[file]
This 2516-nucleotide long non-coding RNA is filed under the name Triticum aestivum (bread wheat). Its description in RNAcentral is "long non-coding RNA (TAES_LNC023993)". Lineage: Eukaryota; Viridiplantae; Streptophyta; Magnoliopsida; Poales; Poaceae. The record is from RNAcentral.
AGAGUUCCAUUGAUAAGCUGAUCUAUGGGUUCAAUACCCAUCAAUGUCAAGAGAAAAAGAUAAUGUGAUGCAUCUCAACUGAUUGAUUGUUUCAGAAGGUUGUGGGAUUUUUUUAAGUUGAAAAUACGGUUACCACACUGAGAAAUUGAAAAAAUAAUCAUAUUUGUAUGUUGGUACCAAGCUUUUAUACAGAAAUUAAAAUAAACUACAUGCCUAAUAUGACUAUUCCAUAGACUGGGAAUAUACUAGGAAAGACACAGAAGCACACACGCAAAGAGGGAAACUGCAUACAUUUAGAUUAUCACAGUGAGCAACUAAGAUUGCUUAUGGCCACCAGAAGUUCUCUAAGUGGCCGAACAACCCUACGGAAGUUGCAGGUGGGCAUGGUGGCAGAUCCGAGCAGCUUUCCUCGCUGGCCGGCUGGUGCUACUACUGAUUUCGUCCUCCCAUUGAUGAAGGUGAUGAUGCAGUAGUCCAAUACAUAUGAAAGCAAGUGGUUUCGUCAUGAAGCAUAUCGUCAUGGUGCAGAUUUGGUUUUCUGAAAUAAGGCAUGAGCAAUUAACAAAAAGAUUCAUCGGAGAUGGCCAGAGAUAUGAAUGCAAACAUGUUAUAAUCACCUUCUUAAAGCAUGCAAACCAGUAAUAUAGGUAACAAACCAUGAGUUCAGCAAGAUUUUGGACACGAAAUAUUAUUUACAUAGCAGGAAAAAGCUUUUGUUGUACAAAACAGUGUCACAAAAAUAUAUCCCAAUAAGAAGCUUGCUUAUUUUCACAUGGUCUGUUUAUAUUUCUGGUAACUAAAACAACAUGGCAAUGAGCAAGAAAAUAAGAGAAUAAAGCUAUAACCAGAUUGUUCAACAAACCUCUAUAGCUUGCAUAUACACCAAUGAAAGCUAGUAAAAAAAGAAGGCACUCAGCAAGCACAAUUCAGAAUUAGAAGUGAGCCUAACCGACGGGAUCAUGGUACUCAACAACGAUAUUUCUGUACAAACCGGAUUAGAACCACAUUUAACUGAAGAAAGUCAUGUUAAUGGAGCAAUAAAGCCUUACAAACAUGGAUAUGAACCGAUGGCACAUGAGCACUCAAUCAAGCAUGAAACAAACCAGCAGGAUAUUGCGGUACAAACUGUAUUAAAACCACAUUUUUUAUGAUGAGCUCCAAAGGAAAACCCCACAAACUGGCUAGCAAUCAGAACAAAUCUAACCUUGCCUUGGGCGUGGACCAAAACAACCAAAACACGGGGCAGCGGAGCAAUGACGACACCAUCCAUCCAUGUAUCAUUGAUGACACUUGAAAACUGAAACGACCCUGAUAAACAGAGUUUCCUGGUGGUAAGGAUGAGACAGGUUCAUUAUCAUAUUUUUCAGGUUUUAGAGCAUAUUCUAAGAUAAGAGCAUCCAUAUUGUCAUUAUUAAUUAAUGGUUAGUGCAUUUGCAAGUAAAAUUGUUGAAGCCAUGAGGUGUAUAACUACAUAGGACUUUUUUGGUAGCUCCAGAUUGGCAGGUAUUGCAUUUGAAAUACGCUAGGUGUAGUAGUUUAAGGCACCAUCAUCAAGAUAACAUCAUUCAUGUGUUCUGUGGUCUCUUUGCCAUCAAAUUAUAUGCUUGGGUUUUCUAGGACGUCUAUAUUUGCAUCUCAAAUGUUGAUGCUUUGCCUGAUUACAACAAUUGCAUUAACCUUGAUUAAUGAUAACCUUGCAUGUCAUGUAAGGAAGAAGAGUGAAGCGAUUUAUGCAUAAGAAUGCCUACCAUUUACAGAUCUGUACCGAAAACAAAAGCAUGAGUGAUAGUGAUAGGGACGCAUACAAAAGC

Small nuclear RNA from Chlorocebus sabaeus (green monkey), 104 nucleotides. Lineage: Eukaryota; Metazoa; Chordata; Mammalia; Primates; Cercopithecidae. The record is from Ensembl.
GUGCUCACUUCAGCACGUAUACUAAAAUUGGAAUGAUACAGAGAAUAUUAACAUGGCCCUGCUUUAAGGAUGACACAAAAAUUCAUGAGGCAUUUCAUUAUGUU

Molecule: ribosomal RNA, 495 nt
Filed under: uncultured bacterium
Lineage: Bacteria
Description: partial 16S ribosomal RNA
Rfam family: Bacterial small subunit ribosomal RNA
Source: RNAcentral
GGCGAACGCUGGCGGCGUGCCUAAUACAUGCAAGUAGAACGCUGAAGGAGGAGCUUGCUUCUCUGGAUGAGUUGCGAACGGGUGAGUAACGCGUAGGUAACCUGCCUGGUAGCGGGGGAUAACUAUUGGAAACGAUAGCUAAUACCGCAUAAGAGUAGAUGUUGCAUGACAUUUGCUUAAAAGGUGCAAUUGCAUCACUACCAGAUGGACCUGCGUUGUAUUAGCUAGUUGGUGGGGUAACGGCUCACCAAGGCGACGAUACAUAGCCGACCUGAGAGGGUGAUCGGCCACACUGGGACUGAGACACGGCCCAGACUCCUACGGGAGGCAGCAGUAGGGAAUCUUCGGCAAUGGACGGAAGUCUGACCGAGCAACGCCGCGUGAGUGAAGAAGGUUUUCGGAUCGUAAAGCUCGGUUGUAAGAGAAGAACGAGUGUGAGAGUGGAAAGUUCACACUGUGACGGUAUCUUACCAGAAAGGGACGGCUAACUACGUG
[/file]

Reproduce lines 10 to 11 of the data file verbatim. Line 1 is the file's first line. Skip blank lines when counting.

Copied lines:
Source: RNAcentral
GGCGAACGCUGGCGGCGUGCCUAAUACAUGCAAGUAGAACGCUGAAGGAGGAGCUUGCUUCUCUGGAUGAGUUGCGAACGGGUGAGUAACGCGUAGGUAACCUGCCUGGUAGCGGGGGAUAACUAUUGGAAACGAUAGCUAAUACCGCAUAAGAGUAGAUGUUGCAUGACAUUUGCUUAAAAGGUGCAAUUGCAUCACUACCAGAUGGACCUGCGUUGUAUUAGCUAGUUGGUGGGGUAACGGCUCACCAAGGCGACGAUACAUAGCCGACCUGAGAGGGUGAUCGGCCACACUGGGACUGAGACACGGCCCAGACUCCUACGGGAGGCAGCAGUAGGGAAUCUUCGGCAAUGGACGGAAGUCUGACCGAGCAACGCCGCGUGAGUGAAGAAGGUUUUCGGAUCGUAAAGCUCGGUUGUAAGAGAAGAACGAGUGUGAGAGUGGAAAGUUCACACUGUGACGGUAUCUUACCAGAAAGGGACGGCUAACUACGUG